This according to a news wire in the Sun Herald’s website yesterday, the gaming magazine giant managed to bolster their circulation by 33 percent, making it the “fifth largest consumer magazine in the United States.”
As of the December 2010 Audit Bureau of Circulations’ (ABC) report (released on February 7, 2011), Game Informer raked in a six-month average of 5,073,003 paid subscribers.
Its digital format subscription isn’t doing too badly, either, according to the same Sun Herald piece:
“The digital format of Game Informer also saw strong growth since its launch in May 2010 with 127,320 paid subscriptions as of the December 2010 ABC Publisher’s Statement. Digital Game Informer is an interactive, monthly edition of the magazine delivered to subscribers online.”
Evidently, the glossy mammoth’s head-scratching neglect to cover the widely anticipated launch of the Final Fantasy XIV MMORPG (namely their wrap-up edition of E3 2010) didn’t do much to disenchant their spell of the coveted 18 to 34-year-old male demographic — perhaps it helps that FFXIV (so far) is a colossal failure in need of a messiah.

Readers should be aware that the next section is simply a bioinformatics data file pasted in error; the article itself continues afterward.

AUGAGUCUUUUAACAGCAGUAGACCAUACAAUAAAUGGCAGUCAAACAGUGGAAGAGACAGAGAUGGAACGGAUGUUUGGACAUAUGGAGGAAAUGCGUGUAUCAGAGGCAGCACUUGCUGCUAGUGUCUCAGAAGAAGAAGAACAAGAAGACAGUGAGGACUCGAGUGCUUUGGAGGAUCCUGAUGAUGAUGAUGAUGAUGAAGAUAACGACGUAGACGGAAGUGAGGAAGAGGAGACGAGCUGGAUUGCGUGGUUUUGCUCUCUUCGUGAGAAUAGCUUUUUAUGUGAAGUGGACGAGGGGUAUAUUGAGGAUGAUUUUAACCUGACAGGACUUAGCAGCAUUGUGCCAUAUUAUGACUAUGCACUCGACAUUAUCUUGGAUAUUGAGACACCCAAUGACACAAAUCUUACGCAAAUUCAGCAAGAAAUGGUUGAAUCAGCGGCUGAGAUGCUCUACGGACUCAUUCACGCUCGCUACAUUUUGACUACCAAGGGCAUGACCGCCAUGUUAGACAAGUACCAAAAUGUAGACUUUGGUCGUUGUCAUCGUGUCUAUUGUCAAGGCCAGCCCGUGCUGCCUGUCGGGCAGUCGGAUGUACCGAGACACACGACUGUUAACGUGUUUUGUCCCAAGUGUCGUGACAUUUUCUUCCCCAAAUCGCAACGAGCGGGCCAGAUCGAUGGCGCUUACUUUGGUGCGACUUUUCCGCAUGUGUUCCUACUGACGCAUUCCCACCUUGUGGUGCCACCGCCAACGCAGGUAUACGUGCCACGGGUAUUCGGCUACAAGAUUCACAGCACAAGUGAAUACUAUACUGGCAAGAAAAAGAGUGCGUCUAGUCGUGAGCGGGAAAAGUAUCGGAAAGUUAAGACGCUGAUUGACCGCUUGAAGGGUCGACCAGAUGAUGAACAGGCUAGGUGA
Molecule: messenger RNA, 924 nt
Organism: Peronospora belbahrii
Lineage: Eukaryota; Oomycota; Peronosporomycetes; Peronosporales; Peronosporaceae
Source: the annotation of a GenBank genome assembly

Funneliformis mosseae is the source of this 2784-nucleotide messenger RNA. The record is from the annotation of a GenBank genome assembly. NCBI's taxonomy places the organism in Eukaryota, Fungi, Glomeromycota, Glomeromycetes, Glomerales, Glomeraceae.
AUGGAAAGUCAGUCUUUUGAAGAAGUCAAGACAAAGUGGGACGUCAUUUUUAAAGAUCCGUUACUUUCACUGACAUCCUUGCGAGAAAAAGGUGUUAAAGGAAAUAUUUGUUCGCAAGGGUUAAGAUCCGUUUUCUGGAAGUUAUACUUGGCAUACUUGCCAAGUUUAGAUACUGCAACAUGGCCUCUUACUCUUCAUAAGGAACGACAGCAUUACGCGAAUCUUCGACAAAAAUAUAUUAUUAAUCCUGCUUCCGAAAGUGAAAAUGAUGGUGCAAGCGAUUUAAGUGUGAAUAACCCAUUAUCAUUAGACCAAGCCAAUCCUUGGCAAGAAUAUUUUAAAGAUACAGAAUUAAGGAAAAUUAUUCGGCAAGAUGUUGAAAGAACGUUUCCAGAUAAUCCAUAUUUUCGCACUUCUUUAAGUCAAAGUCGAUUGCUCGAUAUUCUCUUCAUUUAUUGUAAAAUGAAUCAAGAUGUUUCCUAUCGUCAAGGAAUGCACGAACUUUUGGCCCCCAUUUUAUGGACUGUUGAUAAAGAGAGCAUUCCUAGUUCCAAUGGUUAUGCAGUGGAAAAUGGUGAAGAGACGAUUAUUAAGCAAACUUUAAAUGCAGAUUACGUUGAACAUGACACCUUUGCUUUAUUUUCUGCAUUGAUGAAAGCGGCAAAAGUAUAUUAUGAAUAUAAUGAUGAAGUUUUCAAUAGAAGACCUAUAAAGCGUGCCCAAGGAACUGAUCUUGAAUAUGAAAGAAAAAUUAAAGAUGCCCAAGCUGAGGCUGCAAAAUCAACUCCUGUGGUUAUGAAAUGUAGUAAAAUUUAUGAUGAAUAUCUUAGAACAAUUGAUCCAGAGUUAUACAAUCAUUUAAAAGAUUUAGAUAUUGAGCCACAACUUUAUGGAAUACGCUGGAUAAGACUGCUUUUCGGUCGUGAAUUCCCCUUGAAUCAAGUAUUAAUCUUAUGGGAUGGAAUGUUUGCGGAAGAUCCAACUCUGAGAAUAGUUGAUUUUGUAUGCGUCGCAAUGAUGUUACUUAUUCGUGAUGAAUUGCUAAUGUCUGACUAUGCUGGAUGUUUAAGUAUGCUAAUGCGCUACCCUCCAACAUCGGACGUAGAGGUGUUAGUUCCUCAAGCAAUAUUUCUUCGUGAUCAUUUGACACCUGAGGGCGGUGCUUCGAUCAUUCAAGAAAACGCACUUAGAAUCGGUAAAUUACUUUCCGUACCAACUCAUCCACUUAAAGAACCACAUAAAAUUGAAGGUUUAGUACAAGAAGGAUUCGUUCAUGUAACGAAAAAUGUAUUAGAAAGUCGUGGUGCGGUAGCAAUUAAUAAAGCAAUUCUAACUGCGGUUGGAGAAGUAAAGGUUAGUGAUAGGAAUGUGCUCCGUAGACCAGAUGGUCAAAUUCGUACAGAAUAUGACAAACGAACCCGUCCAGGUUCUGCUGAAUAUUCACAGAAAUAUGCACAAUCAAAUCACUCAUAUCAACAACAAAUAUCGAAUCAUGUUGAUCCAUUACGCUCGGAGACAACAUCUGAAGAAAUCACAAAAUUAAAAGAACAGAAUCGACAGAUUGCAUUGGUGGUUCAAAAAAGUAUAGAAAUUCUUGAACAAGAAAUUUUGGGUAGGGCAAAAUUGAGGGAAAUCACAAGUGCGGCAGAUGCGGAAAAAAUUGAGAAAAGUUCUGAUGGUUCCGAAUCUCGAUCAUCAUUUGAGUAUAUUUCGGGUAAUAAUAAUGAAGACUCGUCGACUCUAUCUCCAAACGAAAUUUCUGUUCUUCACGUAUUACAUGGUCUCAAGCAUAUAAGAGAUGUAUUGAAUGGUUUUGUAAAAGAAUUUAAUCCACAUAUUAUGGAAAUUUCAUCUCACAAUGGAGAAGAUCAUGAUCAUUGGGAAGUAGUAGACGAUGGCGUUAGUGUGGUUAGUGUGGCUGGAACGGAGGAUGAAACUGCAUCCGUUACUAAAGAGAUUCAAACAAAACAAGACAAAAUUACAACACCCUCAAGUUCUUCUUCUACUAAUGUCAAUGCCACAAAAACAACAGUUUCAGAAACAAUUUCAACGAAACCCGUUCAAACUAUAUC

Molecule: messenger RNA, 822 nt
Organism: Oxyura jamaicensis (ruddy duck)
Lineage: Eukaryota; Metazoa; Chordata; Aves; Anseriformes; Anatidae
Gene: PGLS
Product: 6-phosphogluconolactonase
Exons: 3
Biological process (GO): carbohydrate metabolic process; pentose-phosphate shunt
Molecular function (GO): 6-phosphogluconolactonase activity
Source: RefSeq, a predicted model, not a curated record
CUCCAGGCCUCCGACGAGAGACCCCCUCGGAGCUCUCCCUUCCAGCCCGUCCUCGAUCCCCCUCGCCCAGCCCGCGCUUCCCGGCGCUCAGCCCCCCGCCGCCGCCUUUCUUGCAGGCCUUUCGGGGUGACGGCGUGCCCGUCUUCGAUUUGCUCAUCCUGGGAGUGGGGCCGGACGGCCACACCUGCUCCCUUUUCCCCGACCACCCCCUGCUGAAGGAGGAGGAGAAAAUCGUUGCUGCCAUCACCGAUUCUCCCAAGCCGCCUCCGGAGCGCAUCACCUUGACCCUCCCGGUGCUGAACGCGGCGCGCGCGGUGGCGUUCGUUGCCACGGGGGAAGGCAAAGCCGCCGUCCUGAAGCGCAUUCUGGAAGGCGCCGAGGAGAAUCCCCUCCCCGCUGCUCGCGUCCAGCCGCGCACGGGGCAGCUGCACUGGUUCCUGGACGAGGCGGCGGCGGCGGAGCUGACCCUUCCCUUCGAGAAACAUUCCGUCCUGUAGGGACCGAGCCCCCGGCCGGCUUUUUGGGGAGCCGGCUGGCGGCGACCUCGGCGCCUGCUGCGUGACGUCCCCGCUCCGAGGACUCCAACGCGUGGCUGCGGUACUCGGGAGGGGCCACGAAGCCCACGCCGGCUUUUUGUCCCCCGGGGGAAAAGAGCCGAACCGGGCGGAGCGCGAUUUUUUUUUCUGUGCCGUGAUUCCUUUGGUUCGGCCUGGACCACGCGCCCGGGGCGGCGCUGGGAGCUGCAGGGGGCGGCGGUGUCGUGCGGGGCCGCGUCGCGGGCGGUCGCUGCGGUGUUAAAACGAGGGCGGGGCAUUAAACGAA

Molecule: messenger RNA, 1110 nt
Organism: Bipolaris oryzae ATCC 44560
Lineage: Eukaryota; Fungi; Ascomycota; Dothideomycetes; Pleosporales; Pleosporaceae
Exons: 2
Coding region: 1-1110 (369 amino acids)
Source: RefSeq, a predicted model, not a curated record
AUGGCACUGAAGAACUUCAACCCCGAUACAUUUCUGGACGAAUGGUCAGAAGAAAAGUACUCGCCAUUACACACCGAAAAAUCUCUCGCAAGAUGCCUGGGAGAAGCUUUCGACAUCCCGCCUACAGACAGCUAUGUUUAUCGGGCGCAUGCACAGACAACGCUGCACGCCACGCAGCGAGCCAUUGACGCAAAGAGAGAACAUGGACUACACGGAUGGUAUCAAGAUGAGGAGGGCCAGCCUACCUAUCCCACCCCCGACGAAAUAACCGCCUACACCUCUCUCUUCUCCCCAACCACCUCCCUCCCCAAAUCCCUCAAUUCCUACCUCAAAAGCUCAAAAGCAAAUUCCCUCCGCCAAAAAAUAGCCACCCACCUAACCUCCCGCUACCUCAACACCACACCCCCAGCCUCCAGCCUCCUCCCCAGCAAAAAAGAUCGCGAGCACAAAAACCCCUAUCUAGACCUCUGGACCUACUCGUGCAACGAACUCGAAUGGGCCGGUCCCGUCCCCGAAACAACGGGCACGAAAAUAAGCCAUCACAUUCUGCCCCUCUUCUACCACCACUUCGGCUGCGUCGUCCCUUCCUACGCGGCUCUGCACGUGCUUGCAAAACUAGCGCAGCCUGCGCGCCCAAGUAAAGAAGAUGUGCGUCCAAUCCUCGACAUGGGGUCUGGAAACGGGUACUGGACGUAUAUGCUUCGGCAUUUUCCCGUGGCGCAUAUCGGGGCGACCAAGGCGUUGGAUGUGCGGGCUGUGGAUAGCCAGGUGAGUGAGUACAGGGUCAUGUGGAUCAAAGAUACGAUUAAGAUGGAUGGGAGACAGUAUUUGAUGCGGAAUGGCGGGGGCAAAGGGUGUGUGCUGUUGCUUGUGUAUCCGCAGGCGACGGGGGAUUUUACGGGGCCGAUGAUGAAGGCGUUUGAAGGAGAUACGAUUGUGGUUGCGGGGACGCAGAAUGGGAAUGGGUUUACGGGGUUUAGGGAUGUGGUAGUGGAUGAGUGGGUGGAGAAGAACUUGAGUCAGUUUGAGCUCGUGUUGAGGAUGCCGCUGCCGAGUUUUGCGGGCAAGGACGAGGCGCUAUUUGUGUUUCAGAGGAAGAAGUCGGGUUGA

Anecdotally, of course, it can’t hurt that the inky behemoth’s February issue features an exclusive first look at the next installment of the upcoming open-world RPG, Elder Scrolls V: Skyrim by Bethesda Softworks, which appears to be a technical marvel. A Western RPG nerd’s wet dream.
It’s a publishing feat that can’t be ignored. It postures as an indication of how gaming (in all its various breeds) has evolved into an integral, albeit virtual, aspect of our culture (domestic and abroad). Forget it being a subculture of acne-ridden geeks and pale shut-ins, at this point — particularly when your girlfriend is urging you to play a round of Little Big Planet 2 on a Saturday night.